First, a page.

How do these expenses work with taxes? Expenses like cover art or editing or ISBNs are required before selling even one book, but can they be deducted only as the books are sold? It looks like the self-publisher who is going to market books and fulfill orders themselves will have huge real expenses upfront, but no break on taxes until sales are realized. Is that correct, or can the initial expenses of producing even one book (such as software, or cover art, or editing) be entered on Schedule C somewhere I haven’t noticed?

  2. Ty Gray

    Joel, this series was well written. I have just written a memoir titled 23 Days about my journey as well as my rookie year of becoming a police officer. It has a theme of persistence, hope, and the power of forgiveness. After reading this series, I’ve concluded that I’m a hybrid between an online self-publisher and competitive self-publisher. You nailed it with this post. This is simply good stuff.

  3. Gary Allen VanRiper

    Hello Joel,

    Great comprehensive and realistic overview of the process for the true self-publisher. We were fortunate in that our initial investment was substantially less and we are in a geographical niche that made initial exposure for our work not only very manageable, but inexpensive as well. Last year we passed the 100,000 mark for copies old in our series and still does not seem to have peaked – and while we are very serious about it all (we are an Ltd.) this is still very much part-time for us. I have spoken at a number of conferences on this same subject and from all I have read here, your series on the subject is a keeper.

    gary vanriper

  4. Stephen Tiano

    Good piece, Joel. I always tell prospective clients that deciding to self-publish is a choice to go into business as a publisher. I elaborate that if they intend to sell more than the 100 copies or so that most self-published books sell, they’ll need to capitalize like a business and invest in their product, their book.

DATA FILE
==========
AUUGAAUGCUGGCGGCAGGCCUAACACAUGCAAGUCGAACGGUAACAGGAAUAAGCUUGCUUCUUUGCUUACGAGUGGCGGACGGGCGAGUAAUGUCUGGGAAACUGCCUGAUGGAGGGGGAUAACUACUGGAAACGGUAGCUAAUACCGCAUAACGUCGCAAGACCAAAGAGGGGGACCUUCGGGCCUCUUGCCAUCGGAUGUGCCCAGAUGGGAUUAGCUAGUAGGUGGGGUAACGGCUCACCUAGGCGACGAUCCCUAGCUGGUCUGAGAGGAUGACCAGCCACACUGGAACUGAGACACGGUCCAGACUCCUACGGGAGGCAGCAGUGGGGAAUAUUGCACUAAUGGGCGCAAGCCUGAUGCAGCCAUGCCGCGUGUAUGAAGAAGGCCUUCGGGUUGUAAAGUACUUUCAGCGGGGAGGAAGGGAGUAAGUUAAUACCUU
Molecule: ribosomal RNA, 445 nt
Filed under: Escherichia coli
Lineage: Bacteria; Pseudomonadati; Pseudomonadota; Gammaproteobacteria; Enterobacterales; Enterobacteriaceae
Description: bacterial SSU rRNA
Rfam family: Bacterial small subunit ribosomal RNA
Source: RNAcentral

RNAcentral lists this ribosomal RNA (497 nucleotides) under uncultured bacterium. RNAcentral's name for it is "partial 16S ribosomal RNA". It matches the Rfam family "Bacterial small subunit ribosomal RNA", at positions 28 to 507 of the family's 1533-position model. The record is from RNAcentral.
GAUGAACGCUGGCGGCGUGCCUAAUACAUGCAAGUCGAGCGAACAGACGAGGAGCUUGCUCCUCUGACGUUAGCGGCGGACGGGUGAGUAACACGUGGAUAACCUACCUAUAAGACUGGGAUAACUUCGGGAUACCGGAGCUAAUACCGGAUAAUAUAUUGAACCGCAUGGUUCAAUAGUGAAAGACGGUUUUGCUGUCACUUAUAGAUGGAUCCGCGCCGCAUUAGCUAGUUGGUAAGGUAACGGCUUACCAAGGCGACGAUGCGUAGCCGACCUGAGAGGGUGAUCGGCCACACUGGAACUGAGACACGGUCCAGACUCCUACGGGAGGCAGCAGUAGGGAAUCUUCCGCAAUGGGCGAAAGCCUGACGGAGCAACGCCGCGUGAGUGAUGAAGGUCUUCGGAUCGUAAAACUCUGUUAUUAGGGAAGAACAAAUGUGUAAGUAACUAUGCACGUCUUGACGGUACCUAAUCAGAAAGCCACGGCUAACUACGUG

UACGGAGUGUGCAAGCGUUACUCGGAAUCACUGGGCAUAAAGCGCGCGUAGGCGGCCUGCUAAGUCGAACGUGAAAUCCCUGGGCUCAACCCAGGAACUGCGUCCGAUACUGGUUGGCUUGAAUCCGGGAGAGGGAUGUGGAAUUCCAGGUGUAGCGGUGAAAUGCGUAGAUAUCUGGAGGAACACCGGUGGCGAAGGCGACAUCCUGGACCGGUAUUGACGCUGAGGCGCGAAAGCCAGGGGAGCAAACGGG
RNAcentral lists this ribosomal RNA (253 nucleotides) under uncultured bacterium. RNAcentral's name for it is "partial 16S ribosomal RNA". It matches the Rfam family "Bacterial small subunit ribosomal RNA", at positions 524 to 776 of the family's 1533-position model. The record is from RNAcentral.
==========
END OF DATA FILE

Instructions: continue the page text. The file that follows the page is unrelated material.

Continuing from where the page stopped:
Your numbers seem fair, tho’ for my end–design and page comp–they are, for occasional projects, a tad conservative.

    The important thing for self-publishers to consider is that, given the competitive environment for consumer dollars (and readers are consumers), one-size-fits-all templates and unimaginative layouts will make a greater hurdle to get to successful sales numbers.

    • Joel Friedlander

      Thanks, Stephen. The whole point of these 4 articles was to give people “ballpark” figures to work with, and I hope they did that. Certainly we’ve both seen a lot of books that don’t fit easily into a standard format, but the authors of those books seem to know that their books will require special work.

      Thanks for adding your thoughts to this discussion.

  5. Joel Friedlander

    Robert, thanks for the “backup.” I realize some people have other experiences or specific models they follow, but the world of books is very large and, doing the job I do I get to see a lot of different publishers pursuing this path in their own way. And I celebrate that.

    Someone said that if I put the “real” $numbers in, other suppliers would be resentful that I had “outed” them someway. But as you can probably tell, I really value transparency, and don’t see any reason why prospective self-publishers (or independent publishers) shouldn’t have the best information we can give them up front.